CV is the most preferred application document in UK, New Zealand and Ireland. In these countries, CVs are used for all kinds of application purposes and resumes are hardly in use in these countries.
In India, South Africa and Australia, the terms CV and resumes are used interchangeably. Usually an application
for a private sector enterprise calls for a resume and an application for a public sector establishment calls for a
CV in these countries.
Reservations in recruitment and Selection of Employees
Candidates Belonging To Reserved Categories Are Eligible For General Category Vacancies Based On their Merit: Supreme Court of India
MISCELLANEOUS APPLICATION NO.2641 OF 2019
SPECIAL LEAVE PETITION (CIVIL)NO.23223 OF 2018
This Miscellaneous Application has been preferred by Ms. Sonam Tomar and Ms. Reeta Rani who had participated in the Selection Process initiated for filling up posts of Constables in U.P. Police and secured 276.5949 and 233.1908 marks respectively. They had applied in the categories of OBC-Female and SC-Female respectively.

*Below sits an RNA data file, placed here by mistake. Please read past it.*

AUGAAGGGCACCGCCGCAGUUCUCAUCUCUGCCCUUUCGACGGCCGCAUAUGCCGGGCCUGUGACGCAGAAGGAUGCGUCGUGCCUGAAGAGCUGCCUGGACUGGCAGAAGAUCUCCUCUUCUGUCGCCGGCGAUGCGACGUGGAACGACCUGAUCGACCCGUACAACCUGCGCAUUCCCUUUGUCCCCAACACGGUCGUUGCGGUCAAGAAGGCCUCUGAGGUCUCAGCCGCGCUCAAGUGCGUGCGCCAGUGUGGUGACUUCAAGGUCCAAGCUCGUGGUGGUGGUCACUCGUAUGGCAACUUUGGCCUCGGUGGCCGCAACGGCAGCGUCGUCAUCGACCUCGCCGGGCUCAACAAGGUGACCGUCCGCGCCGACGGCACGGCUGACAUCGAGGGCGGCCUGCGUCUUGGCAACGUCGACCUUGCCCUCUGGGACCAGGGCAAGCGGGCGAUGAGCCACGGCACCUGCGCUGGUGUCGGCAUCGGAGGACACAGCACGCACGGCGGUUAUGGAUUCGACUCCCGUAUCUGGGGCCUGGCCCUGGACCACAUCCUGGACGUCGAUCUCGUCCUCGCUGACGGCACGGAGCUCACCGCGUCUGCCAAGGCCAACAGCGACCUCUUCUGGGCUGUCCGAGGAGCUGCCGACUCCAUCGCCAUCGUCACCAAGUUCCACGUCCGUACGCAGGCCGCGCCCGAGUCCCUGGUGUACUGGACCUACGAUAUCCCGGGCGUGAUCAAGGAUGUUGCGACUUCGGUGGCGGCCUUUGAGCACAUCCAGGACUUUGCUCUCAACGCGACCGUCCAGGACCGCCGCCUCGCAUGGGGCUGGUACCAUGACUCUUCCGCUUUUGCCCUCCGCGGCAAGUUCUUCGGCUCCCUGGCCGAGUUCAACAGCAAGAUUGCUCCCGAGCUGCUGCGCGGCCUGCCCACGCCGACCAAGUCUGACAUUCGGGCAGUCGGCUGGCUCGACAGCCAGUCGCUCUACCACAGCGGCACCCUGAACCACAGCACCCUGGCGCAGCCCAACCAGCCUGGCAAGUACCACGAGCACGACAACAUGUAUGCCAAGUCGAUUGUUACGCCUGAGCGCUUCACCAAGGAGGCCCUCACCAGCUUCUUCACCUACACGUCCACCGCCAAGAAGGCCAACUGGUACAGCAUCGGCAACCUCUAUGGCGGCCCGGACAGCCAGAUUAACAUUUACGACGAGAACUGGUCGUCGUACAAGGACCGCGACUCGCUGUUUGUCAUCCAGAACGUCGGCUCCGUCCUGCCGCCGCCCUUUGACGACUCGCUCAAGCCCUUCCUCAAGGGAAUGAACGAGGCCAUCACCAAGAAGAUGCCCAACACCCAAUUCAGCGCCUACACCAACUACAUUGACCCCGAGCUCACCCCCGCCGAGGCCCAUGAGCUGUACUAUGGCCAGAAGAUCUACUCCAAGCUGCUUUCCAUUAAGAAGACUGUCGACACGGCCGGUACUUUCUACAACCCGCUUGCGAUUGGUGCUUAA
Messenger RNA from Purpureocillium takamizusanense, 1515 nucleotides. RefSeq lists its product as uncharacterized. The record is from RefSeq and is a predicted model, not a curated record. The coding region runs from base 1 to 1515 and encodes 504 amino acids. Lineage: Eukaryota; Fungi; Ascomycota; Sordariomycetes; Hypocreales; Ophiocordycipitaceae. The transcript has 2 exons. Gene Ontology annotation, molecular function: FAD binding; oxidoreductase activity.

It is submitted by them that their claim has been rejected by the State Government despite directions issued by Court in its Order dated 24.07.2019 in I.A. No.10394 of 2018 (Ashish Kumar Yadav and Others vs. State of Uttar Pradesh and Others) and that candidates with lower marks have been selected in General Female category disregarding their claim.
Aggrieved by the action on part of the State in not considering the claim of OBC female and SC female candidates against the posts meant for General Category female candidates, this Miscellaneous Applicationis preferred submitting inter alia:-